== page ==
So now, we have the more progressive leaning in our society arguing for an increase in women in senior leadership and board positions, including legislating for organisations to increase the representation of women in these positions. We also have the more progressive leaning in our society arguing (successfully, in some states) that gender is fluid and a biological fact on a birth certificate can be changed, and changed based on a feeling. If legislation proposed in Queensland is passed, it would be possible for a man simply to change his/her birth certificate to a woman based on their current feelings.

Let’s follow this through to some not-impossible real world implications. Keep in mind that male-to-female athletes have started to compete in women’s teams, often dominating their biologically women competitors in the process. A company wants to increase the representation of women at a particular level of seniority and puts measures in place to mentor and recruit female employees into those roles. It would not be impossible for a man in Queensland to feel he was a bit womanly, change his legal birth certificate to female and apply for those roles. The company would not be able to prevent him from applying based on his gender, as he is now legally a she. It’s possible that his nomination and acceptance means a more qualified, talented or motivated woman is unable to attend. It’s not impossible.

I prefaced this article based on living up to the rules you create. Living up to the laws you create. Have you noticed laws often have the reverse impact, or require more laws to counteract the negative impacts of those laws. A recent example in Australia is laws being updated that GST (essentially, our sales tax) to be applied to internet purchases from places like Amazon in the US. It was expected that this would net a massive increases in tax revenue. You know what happened? Amazon US now simply refuses to ship goods to Australia. No more taxes for Malcolm!

If you put a law in place to prevent discrimination against women, I promise you that before too long, people who identify as intersex will want a law to prevent discrimination against them. If you put a law in place to prevent people being nasty to others because of their race, gender or beliefs, you might be able to prosecute a few idiots who sprout off unkind things. What you will achieve is not more tolerance or diversity, but less people willing to talk openly and honestly about genuine concerns they have. If you put a law in place saying that a particular section of society can have special access to a program, support or job, two things will happen. Firstly, more people will suddenly identify with that section of society to gain access to that particular program, support or job. Secondly, there will be another cohort of society that thinks they are equally or more deserving of special access to their own programs, supports or jobs and they will want legislation to support that.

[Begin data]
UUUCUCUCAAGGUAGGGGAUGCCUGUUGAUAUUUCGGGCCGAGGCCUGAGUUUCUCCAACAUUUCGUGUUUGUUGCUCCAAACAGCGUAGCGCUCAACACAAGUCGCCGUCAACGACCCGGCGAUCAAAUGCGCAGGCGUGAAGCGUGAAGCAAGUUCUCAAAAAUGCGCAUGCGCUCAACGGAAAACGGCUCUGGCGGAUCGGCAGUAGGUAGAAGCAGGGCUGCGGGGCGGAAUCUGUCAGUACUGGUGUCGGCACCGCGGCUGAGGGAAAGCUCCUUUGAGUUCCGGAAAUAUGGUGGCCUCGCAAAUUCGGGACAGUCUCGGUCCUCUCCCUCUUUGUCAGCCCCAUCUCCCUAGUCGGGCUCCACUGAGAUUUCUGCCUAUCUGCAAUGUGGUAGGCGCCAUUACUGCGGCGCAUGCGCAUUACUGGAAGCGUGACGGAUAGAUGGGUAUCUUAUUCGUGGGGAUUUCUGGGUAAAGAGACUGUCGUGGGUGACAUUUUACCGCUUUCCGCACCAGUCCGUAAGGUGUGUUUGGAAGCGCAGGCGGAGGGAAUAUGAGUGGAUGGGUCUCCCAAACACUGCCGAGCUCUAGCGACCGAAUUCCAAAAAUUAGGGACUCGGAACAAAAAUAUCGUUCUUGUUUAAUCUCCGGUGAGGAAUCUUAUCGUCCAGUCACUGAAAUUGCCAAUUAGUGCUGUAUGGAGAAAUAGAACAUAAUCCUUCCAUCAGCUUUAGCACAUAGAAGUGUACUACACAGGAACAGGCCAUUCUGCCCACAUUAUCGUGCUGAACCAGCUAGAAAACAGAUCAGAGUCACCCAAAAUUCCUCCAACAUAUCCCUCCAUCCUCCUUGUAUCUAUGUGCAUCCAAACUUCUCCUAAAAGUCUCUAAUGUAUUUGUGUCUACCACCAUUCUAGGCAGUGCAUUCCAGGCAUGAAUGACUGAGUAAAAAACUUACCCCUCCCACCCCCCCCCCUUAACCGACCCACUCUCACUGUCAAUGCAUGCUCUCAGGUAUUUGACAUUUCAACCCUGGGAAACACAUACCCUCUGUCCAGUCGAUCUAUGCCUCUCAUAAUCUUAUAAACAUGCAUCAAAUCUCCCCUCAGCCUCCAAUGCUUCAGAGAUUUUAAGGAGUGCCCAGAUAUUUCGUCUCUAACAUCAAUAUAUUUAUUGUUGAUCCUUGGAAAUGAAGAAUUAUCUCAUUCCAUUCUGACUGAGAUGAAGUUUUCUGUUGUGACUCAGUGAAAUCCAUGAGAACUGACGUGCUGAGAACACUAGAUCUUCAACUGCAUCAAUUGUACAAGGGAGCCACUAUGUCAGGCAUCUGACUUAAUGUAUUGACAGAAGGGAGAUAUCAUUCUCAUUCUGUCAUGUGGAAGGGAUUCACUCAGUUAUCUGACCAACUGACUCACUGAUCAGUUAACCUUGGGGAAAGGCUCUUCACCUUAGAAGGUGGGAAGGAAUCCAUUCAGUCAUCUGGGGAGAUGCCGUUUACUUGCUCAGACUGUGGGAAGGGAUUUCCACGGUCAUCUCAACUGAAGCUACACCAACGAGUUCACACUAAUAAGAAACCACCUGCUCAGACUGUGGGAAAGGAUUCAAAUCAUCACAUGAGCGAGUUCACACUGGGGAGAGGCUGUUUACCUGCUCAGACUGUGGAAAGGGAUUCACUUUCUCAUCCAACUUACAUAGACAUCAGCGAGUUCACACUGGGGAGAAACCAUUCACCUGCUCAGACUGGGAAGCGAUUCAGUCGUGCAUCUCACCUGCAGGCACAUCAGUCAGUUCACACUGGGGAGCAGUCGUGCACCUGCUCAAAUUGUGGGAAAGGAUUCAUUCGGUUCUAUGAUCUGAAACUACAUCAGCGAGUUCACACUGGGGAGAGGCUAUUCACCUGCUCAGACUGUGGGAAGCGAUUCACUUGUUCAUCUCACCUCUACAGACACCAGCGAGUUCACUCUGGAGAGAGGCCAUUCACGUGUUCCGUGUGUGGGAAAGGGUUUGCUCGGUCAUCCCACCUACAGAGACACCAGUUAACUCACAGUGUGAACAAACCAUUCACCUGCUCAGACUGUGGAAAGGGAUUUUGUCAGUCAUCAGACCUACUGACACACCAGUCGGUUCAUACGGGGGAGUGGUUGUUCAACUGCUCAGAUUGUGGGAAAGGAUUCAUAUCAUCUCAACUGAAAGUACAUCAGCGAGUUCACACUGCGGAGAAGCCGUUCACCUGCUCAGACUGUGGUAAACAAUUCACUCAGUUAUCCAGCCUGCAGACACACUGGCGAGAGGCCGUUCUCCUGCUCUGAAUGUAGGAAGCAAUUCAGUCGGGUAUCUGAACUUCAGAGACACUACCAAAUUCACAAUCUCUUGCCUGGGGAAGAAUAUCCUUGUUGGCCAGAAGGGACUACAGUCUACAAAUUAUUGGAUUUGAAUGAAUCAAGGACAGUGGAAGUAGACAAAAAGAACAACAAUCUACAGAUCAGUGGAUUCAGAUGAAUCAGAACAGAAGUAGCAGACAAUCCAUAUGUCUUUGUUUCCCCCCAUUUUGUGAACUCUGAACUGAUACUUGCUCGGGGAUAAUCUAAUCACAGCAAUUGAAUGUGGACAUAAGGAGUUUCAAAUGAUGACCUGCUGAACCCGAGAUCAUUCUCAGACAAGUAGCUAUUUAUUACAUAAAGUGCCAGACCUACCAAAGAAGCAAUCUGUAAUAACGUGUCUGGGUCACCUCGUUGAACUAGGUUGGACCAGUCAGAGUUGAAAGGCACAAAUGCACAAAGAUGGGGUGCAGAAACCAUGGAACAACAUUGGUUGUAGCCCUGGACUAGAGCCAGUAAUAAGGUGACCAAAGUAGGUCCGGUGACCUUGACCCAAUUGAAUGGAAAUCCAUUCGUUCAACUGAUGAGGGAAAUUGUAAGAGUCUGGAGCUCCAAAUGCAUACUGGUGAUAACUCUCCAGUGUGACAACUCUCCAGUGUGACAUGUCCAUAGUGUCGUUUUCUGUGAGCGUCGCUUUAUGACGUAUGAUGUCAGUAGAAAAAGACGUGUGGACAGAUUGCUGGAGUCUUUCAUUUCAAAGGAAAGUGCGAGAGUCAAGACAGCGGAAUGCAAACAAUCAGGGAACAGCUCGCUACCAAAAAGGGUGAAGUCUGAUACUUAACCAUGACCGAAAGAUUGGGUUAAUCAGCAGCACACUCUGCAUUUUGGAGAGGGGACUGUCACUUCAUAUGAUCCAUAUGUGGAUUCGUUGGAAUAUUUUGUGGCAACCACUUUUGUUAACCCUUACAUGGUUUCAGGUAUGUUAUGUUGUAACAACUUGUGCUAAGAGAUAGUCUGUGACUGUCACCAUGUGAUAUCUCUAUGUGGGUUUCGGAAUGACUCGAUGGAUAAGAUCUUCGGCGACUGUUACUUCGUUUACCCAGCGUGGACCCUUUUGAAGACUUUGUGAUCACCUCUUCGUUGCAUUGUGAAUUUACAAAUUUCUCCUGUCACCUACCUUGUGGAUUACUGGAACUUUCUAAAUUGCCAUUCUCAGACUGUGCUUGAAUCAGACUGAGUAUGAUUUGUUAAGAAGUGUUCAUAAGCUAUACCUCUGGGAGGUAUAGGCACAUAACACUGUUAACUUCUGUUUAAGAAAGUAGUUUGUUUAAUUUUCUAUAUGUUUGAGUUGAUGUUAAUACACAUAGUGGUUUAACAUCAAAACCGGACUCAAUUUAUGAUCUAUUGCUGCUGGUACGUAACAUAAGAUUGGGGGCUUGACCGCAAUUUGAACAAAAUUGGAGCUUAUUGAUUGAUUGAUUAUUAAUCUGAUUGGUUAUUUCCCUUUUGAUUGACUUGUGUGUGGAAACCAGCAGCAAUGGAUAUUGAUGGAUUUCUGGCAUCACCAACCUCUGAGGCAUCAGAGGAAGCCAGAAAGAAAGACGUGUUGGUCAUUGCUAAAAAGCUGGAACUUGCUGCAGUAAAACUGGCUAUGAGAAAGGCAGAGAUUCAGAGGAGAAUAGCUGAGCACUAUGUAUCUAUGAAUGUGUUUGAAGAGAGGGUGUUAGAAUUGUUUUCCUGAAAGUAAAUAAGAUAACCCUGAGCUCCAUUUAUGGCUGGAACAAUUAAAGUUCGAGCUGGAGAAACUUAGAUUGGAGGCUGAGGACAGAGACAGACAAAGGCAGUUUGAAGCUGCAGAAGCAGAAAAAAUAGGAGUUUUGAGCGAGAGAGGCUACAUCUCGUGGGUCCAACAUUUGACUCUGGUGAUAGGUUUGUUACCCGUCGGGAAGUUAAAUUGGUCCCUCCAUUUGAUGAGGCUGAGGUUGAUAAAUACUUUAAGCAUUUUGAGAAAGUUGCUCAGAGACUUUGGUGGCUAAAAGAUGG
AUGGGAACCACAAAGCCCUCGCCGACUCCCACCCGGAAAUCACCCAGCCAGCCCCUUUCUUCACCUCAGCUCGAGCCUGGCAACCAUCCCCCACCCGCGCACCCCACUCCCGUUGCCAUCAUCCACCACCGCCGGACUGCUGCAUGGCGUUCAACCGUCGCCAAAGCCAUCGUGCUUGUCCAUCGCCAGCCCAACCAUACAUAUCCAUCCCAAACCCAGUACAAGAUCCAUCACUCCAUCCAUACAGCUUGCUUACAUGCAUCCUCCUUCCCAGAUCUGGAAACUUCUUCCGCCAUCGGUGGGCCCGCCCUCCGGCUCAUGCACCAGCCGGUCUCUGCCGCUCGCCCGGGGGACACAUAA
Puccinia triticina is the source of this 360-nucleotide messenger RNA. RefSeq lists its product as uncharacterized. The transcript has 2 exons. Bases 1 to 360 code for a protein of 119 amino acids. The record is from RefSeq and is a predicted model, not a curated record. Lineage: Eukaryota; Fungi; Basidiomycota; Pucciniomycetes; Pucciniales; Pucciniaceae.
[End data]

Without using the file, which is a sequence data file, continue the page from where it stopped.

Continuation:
Laws designed to help a particular group (or punish another) inevitably lead to those helped being the ones that find themselves at the rough hand of the law they created when a new, more discriminated group comes along. The early feminists had great success breaking down barriers, seeing women enter the workforce, gaining the vote, having more reproductive rights. The early feminists were generally white women from the middle and upper classes. The next feminists recognised that it wasn’t just white women being oppressed, but it was also women of colour. The feminists realised that white women were actually quite privileged, and the feminist women of colour suddenly saw them as the enemy. White feminism became bad, because they only had rights because of their privilege. Now, we have some feminists argue that straight white and women of colour are the privileged ones, and it is the women who have differing sexual attractions or gender identities are the ones that are really downtrodden. It’s those nasty heterosexual white and women of colour feminists that are privileged, because heterosexuality is oppressive. This isn’t nonsense. This is happening now.